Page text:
- The ‘customisation’ of the positioning of the drinking tube in that the pack allows for the tube to be fed over the shoulder OR out of the side of the pack and up from below. Fargggin clever that one. I’d never considered there could be an alternative way but am damn sure going to give it a try now.
On the road – Day 2
On the less technical but still impressive side of the pack features are things like a little pouch in which to store the bite valve so that it doesn’t drag along the floor or touch other unsavoury places in transit. A priceless feature for an OCD like me (see my other post on Pre-Race Paranoia) . There is also a little hook on the pack to hang it up easily in a cupboard. The good folk at Camelbak seem to have thought of everything that would make owning, using and maintaining a pack of this kind easier and more efficient.
Aside from a slight tweek on my right knee, the 80km return trip to the Wharic Rugby Club that made up Day 2 was a thoroughly enjoyable affair, made all the more pleasant by my new Camelbak.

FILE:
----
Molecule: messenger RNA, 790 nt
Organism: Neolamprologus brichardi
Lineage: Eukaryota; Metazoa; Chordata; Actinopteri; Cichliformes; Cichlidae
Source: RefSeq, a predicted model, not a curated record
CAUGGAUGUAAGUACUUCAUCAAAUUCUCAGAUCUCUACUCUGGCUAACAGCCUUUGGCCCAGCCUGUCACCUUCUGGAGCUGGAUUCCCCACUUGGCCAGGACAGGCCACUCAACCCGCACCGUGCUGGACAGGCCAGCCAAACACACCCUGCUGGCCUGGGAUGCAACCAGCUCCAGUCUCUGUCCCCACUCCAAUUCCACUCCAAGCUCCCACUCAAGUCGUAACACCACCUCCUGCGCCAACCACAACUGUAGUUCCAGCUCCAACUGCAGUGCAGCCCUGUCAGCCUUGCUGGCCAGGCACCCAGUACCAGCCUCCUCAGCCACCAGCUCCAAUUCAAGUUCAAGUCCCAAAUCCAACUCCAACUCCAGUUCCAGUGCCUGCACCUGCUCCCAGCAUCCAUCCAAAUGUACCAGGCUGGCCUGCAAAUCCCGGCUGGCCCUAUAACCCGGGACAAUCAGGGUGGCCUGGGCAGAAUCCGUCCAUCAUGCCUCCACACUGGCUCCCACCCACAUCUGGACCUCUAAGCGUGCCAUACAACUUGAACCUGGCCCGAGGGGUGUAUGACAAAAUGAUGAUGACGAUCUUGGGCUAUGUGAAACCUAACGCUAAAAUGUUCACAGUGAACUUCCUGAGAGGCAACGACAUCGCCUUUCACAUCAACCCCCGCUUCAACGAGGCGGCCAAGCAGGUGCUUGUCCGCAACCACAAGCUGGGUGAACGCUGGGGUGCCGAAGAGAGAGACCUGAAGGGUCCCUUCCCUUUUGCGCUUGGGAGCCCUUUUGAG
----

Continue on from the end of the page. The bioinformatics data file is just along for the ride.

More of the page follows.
The Camelbak Octane XCT really is the perfect hydration pack for a day’s Mountain Biking adventure. It’s undoubtedly the reason Rory Garton recommended it so readily and why I saw it on the backs of so many other riders over the 2 days (except for the Purple/Pink version which is vrek lelik in my humble opinion). With the distinctive criss crossing cord through a central metal ring on the back, it’s impossible to mistake it for anything else.
It’s comfortable, lightweight, has enough storage in the 3 compartments to fit everything you’ll need for a long day in the saddle and most importantly has a bladder that is easy to open and close, customisable and easier than ever to maintain.
As with other Camelbak hydration packs, it comes with their Got Your Camelbak lifetime guarantee on the pack and reservoir
It’s a good-looking beast too (at least in the black and blue versions) – all the more important in today’s looks obsessed world – and I can only imagine the Purple/Pink colour has been created to appeal to our fair kinswomen.
Altogether in my own sophisticated technical jargon it’s what you call ‘money well spent’ or a ‘no-brainer’. I’m looking forward to taking this baby on my next trail runs where I’m certain it will perform just as well. Also have a shiny new version of its bigger brother the Octane 18X which I can’t wait to road test on my longer runs and eventually in Novembers Salomon Sky Run.
Finished and klaar. The boys wiff their medals
Happy man on the floor doing post-race stretching.